Good news, then, that something else lies on the horizon, something Amiga fans have been asking and hoping for for a long time now. Yes, At AmiWest, Hyperion, the company that develops AmigaOS, has announced a PowerPC netbook which is already running AmigaOS4. Sticker shock won't be an issue here - the netbook will cost between $300 and $500 (which includes AmigaOS4), which would make this the perfect entry-level Amiga machine. If they manage to hit the $300 price point, I'm pretty sure they'd be able to push quite a few of these (relative to the more expensive X1000 and various sam440-based Amigas).

So, what can we expect from this machine? Well, it's 'sourced in a special configuration from an OEM'. Current prototypes have an integrated graphics chip, 512 MB of RAM, a few gigabytes of storage, the usual array of USB/audio/ethernet ports, and a wireless chip. AmigaOS4 is already running on it, but in an early state. It is expected to be released somewhere in mid-2012.


Come on all you old time Amiga fans, you know that's kind of awesome...  :)

Tuesday, August 30, 2011

AmigaOS 4.1 Update 3 now available (Think "Way back machine entry" or "I miss my Amiga")

AmigaOS 4.1 Update 3 Released

" Hyperion Entertainment CVBA and the AmigaOS development team announce the immediate availability for download of AmigaOS 4.1 Update 3 for registered users of AmigaOS 4.1 on the following platforms:

  • ...

Update 3, painstakingly assembled by AmigaOS’ project lead Steven Solie after extensive beta testing by our dedicated team of beta testers, contains a substantial part of the new functionality and a wide variety of bug fixes and improvements developed over the last 16 months.

Please note that some new applications (including Timberwolf) will rely on the feature-set of AmigaOS 4.1 Update 3.

An incomplete list of features in Update 3 includes:

  • Updated Installation Utility program;
  • Updated PATA and SATA drivers;
  • Improved DOS stability and speed;
  • Fixed Amiga shared object issues;
  • Support for AmigaOne keyboards including boing key swap feature; Set keymap_swapaltamiga to "on" in your firmware to enable;
  • Updated Intuition and GUI components;
  • New consistent full release string including update number;
  • Updated AmiSSL certificates;
  • Updated USB stack with USB 2.0 (EHCI) support;
  • Improved Sam460ex support including sound driver;
  • I2C support for the Sam440ep and Sam460ex platforms;
  • Updated and improved Warp3D support;
  • Faster 2D graphics support;
  • Various kernel fixes for increased stability;
  • Updated MUI with many new features to make porting MUI 4.0 based applications simpler;
  • Improved notifications support.


There's some cute about this. Amiga still brings back some fond memories... [sniff... miss you... sniff]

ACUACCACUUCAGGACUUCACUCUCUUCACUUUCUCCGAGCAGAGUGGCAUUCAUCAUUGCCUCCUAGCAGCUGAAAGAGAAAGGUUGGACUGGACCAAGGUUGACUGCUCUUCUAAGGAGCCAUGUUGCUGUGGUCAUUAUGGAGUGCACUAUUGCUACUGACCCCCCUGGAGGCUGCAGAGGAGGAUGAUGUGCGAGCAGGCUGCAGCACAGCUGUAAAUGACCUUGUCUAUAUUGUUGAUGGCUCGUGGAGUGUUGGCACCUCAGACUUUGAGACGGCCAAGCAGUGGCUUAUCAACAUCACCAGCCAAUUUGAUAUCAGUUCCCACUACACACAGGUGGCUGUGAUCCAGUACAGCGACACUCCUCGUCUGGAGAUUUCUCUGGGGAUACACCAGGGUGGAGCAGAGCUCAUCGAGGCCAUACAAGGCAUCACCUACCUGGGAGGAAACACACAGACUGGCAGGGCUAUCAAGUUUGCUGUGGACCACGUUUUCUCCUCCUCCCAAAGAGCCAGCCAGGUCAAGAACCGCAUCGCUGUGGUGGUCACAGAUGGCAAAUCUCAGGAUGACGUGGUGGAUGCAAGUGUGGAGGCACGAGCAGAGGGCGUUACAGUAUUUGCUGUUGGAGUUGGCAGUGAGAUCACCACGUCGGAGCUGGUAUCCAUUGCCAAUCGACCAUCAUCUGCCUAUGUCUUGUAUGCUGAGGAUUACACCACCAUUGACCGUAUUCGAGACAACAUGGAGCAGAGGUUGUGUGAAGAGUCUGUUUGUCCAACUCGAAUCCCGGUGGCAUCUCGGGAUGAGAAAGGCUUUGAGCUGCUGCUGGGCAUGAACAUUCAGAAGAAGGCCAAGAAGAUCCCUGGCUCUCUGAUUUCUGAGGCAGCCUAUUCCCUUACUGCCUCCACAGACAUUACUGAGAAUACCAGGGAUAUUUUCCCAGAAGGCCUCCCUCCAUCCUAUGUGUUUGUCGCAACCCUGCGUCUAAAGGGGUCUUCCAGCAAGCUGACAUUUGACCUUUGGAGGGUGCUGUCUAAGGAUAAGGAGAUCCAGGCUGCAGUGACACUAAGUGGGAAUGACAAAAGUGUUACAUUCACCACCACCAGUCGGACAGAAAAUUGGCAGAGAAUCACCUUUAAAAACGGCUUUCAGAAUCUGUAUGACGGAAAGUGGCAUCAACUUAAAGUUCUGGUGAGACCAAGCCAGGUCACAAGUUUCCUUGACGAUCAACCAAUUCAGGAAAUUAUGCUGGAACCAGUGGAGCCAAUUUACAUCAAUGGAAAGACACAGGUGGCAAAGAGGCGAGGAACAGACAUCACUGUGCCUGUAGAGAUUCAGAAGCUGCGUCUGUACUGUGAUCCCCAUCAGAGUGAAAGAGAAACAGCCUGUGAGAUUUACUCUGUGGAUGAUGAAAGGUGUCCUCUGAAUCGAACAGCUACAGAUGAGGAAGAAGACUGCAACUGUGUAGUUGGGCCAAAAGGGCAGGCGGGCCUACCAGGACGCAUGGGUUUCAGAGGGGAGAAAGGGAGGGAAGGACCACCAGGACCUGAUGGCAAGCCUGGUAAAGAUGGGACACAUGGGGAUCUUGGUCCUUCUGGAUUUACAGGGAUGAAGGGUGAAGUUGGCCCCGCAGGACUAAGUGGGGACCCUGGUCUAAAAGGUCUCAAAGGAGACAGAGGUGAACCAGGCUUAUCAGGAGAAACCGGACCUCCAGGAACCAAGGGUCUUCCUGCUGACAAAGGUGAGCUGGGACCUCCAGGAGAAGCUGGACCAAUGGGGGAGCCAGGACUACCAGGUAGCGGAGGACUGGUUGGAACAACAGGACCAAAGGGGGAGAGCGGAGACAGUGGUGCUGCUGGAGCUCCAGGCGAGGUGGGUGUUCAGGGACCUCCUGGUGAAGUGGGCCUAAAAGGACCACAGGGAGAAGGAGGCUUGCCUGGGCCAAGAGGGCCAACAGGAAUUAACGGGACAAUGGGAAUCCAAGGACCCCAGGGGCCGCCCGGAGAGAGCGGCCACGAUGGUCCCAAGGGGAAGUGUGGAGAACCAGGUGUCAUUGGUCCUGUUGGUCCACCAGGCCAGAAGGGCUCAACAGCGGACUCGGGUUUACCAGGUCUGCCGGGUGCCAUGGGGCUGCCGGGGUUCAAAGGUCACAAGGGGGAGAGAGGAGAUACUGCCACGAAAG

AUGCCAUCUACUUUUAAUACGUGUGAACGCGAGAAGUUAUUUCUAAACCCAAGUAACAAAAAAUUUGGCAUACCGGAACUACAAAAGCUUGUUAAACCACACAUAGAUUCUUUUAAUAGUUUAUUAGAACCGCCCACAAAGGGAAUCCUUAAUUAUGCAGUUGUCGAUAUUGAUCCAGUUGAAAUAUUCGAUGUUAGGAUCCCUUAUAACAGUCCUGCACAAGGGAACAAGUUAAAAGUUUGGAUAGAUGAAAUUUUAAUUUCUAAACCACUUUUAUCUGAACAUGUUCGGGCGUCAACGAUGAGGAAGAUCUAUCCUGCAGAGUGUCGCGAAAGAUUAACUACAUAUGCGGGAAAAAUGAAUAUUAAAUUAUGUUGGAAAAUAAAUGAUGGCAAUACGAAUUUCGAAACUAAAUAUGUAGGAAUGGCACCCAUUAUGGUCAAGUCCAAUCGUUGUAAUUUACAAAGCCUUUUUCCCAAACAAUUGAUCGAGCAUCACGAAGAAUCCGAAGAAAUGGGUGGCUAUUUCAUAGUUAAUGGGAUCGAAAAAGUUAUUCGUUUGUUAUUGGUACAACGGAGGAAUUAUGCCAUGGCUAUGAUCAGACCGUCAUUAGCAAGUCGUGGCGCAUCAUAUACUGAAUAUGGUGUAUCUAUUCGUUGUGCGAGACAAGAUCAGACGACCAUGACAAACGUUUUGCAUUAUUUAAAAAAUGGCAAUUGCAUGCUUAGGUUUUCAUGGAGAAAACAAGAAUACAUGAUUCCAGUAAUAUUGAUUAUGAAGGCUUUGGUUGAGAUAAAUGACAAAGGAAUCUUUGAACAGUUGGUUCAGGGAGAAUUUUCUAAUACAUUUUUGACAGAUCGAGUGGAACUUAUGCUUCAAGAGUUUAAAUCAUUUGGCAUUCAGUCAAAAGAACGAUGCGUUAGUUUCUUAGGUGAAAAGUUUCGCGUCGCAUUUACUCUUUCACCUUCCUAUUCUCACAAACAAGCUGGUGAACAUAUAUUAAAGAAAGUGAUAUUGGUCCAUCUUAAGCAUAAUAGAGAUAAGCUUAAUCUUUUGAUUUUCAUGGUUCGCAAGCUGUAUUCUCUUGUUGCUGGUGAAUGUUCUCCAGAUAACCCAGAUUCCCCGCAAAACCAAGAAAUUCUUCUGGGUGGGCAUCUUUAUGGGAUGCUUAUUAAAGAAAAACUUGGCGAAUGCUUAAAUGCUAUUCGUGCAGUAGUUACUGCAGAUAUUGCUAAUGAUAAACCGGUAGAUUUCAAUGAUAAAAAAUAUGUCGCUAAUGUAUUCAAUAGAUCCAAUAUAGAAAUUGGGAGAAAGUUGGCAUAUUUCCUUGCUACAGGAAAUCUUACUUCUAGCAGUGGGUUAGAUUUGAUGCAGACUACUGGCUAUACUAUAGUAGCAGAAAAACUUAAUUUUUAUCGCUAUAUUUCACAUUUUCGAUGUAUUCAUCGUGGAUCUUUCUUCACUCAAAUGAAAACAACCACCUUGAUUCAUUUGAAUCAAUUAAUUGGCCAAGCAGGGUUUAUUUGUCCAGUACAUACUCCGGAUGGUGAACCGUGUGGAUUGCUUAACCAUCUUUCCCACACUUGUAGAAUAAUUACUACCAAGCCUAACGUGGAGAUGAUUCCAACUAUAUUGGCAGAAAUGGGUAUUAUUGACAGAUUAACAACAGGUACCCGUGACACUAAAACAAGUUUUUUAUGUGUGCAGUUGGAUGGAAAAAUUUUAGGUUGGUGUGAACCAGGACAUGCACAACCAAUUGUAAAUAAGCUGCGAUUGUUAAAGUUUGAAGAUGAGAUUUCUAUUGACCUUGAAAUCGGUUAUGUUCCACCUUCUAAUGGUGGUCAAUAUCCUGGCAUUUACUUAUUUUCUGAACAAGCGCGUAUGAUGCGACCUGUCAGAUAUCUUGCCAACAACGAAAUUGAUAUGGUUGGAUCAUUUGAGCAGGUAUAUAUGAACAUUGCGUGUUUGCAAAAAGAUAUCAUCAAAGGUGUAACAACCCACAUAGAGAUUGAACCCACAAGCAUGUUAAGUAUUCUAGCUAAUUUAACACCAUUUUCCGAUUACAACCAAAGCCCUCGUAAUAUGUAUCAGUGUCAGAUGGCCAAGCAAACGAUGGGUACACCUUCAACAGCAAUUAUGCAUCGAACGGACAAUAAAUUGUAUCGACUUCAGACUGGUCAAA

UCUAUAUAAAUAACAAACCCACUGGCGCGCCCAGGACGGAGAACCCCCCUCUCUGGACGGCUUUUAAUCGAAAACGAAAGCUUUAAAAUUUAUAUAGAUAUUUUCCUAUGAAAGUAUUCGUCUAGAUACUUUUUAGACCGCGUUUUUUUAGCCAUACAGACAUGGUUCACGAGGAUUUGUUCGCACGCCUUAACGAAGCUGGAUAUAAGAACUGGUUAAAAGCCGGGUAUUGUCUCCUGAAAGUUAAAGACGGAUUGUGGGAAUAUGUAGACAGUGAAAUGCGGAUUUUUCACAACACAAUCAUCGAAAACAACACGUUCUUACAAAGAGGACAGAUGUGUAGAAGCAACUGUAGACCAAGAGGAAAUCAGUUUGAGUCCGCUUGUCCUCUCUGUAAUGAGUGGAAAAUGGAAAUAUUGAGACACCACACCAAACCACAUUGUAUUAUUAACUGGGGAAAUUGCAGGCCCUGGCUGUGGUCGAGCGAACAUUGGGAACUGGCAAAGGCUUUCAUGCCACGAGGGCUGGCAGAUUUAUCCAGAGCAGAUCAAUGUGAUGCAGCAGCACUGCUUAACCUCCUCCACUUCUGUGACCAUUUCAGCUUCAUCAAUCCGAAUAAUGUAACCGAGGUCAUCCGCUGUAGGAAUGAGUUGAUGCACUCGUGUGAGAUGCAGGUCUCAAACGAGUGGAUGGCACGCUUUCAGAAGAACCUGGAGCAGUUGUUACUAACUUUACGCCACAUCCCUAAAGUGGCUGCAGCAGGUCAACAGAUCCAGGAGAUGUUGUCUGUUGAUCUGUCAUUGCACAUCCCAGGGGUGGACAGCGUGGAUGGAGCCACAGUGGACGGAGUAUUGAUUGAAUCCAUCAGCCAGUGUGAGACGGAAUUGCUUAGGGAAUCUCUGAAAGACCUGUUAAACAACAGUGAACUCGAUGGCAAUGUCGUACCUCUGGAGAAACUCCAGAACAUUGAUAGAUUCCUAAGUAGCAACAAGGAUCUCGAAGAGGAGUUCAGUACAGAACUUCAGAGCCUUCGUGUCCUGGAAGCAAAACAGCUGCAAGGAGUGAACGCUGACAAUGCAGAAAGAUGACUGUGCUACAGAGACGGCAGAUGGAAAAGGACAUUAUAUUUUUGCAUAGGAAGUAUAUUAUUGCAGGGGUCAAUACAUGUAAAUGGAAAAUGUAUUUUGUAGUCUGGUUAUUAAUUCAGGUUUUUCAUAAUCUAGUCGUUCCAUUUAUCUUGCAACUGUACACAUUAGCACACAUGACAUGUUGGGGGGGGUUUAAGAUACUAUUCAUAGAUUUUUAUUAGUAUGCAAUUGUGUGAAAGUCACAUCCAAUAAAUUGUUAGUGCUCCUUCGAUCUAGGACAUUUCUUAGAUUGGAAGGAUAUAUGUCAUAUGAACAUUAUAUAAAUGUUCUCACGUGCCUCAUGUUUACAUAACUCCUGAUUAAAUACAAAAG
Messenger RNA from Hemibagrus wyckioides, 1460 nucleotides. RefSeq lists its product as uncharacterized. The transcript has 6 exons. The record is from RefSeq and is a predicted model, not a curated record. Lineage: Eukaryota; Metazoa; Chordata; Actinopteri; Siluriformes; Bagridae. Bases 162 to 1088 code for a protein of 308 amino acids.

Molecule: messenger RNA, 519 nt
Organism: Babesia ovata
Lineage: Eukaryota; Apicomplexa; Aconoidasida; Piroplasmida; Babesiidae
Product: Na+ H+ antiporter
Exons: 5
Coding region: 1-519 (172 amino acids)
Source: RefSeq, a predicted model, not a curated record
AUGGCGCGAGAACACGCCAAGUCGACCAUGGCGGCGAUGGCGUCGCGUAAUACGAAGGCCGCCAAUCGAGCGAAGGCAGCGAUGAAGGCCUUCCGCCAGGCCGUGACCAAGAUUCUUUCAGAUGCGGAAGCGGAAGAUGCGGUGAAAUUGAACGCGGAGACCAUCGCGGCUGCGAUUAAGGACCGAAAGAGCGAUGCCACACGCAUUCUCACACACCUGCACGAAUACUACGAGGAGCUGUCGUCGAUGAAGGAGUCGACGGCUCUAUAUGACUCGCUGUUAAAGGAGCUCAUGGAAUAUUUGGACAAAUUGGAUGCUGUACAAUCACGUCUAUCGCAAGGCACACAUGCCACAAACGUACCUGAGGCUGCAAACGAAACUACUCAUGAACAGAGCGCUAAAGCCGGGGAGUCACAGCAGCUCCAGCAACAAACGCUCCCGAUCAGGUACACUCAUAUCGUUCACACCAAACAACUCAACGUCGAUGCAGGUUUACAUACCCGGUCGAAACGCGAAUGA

(via OS News - AmigaOS 4.1 Update 3 Released)

Friday, March 31, 2006

Finally a Use for my Amgia?

MAKE: - HOW TO - Turn an Amiga 500 into a lamp

"MAKE pal Mark shows how to turn an Amiga 500 into a lamp, it’s gorgeous! - Link"

Something about that just makes me sad... I was just looking at my 500 the other day wondering if I should fire it up, just for kicks. And then sighed and put it back in the box.

Poor Amiga.

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Wednesday, October 12, 2005

eBay: Classic Vintage PC Collection

eBay: Classic Vintage PC Collection (item 8706273723 end time Oct-15-05 10:00:00 PDT)

"... Includes over 430 vintage computers. From Altair to Zenith!

Includes over 40 vintage printers including early Epson, Apple, IBM models and more.

Includes Several hundred hardware items including vintage terminals, monitors, modems, acoustic couplers, mice, joysticks, accessories, S-100 computer boards and more.

Includes countless books, software, marketing brochures and accessories.

Includes set of Byte Magazines plus many duplicates. 100's more Magazines for TRS-80, Commodore, Popular Electronics, Radio Electronics, Osborne, Amiga, Texas Instruments, DEC, Sinclair, Microsystems CP/M Journal, Dr. Dobbs and more. Copy of all photos are included in the sale. Does not include the website. ...


Oh I so want this... Talk about being #1 in any geek one-up-man-ship fest! Since they are pretty much local, I can rent a truck and pick it up myself! What a deal!

Now to ask my wife...

[No honey... not "THE LOOK"! Anything but "THE LOOK"... ]

Monday, November 29, 2004

IBM Releases Object Rexx as Open Source

IBM Releases Object Rexx as Open Source

For some reason REXX has a special place in my heart. I've only used it on my Amiga about a million years ago, but each time I see a reference to the language sigh and think back...

Anyway to get off the Way Back Train, it seems IBM is releasing their Object Rexx as open source. The Open Object REXX SourceForge site is up, but not much is there yet.

Something for me to monitor in the coming months.

On a similar note, I find it interesting how companies are releasing their old/low revenue/low volume products are OSS.... I wonder if we'll see MS Bob released as OSS? :|